When you think about retirement planning, it tends to be long-term investments that come to mind. Whether that means funding a 401(k), setting up a private retirement fund, or even investing in a property you can sell down the road to boost your finances, the idea is similar: investing now for significant returns later. This is the fundamental point of retirement planning, and something everyone should engage in one way or another.
But setting up long-term savings doesn’t necessarily mean that you can’t engage in other ways of making money during retirement. Our tips for making up for a late start on retirement savings touched on this idea by suggesting work in the gig economy. This is basically a new term for side jobs and small ventures that people do in their spare time to generate extra income — something plenty of retirees engage in as much out of interest for a particular project as a need for cash. But just as you might consider getting into a few gigs here and there to boost your retirement fund, you can also take on a different form of investment altogether, and engage in more active asset trading.
The difference between trading and investing is generally understood to be about time. Trading is done regularly and can be treated like a job, in which any given day or week may yield a financial return; investment is more about holding a position over time for a larger (and more likely) return later on. Your 401(k) is essentially an investment. But to supplement a plan like this, as well as give yourself another “gig” to focus on well into your retirement if you take to it, there are various trading markets you might consider exploring.
1. Stock Trading
Day trading in the stock market is a very common practice, and one you can even come to enjoy if you happen to have a mind for it. It can generate profits for you on a regular basis, and it can give you something to do that keeps your mind active and even keeps you tapped into the political and industry news of the day.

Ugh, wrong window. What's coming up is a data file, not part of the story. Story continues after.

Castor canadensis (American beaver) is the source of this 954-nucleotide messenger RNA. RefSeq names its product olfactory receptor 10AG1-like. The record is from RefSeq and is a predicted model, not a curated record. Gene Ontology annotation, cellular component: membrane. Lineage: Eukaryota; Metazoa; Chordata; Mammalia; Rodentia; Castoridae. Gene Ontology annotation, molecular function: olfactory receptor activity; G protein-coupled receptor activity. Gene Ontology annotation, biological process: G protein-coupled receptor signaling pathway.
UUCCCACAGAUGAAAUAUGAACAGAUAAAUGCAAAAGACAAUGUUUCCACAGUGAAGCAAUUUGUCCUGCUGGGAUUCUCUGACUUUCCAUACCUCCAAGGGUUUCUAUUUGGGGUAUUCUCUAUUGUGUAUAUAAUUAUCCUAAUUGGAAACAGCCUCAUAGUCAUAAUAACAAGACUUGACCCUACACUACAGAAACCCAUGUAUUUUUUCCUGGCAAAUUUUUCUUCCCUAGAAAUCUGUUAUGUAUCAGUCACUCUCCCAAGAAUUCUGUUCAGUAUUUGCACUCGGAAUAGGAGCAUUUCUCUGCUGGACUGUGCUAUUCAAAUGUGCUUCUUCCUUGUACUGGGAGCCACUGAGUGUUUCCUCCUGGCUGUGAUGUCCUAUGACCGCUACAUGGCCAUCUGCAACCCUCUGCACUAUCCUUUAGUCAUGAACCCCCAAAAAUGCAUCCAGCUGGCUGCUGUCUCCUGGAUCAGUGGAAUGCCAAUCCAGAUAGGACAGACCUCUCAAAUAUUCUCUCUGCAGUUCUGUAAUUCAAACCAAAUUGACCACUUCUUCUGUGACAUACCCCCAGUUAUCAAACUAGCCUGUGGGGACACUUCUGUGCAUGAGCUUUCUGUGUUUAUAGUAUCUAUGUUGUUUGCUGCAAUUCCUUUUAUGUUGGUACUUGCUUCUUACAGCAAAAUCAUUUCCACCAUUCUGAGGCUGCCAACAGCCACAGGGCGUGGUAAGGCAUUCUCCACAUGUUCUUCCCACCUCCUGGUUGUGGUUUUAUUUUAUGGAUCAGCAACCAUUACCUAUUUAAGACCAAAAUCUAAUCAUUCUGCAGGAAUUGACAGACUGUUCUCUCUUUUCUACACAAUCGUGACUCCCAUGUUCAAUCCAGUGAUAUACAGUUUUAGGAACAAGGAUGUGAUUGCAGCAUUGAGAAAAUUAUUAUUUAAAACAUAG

Buying and selling stocks to take advantage of shifting share prices is an age-old practice, but it does take some getting used to, and it’s important not to try it without a sound understanding of how the market works, and what strategies are known to pay off. That said, stock markets have become more accessible thanks to a selection of modern trading apps. These apps make it so simple to conduct trades, in fact, that there are some concerns that they make trading too easy — in that they can lead some to take a careless or reckless approach. So long as you stick to a sound strategy though, an intuitive low-fee investment app can make stock market day trading a perfectly reasonable option.
2. ETF Trading
If you’re interested in market trading but you don’t have experience with building up your own stock portfolio, the ETF market may be a suitable alternative for you. ETFs are all different, but the fundamental concept is that they bundle different assets together in order to provide traders with strategically diversified mock portfolios. Functionally, trading ETFs works much like buying and selling stocks. But you’ll have fewer things to keep track of and less of a challenge setting up your own portfolio.
3. Forex Trading
The forex market, also known as the currency exchange, can look fairly complicated at a glance. Currency values are listed sometimes to four decimal points, trading volume is higher than in any other market, and people are participating from all over the world. All of this can give the impression that this is something of an experts-only environment that the average person seeking a supplemental investment venture might not understand.
The truth, however, is that trading forex pairs is very simple. The traditional way to do it is to buy and sell pairs (representing one currency’s value relative to another) almost as if they were stocks, and hope to earn money off of changes in value. But you can also trade in the forex market via CFDs or futures — both of which enable you to speculate on currency values without having to buy and sell them. These are all pretty convenient options, which coupled with the flexible hours in the forex market can actually make it an appealing one to get into.
4. Cryptocurrency Trading
Not unlike forex, cryptocurrency can seem somewhat intimidating at first glance. To be sure, understanding cryptocurrency can be a process that amounts to ongoing education on the matter. But there is now enough material — in the form of books and podcasts, day-to-day news, and web content — that newcomers can learn everything they need to know in order to trade in this market.
Actually, once you understand cryptocurrency, the process of buying and selling assets is fairly straightforward. It’s difficult, mind you, because cryptocurrencies tend to be volatile and even skilled investors are still working out how to read the market. But moving forward, crypto trading is likely to only become more popular, such that it could make for another mainstream trading option.
None of these trading methods should replace your retirement investments. But if you’re curious about ways to supplement those investors, or you’re interested in a financial venture you can stay active with after you retire, they’re all worth a look.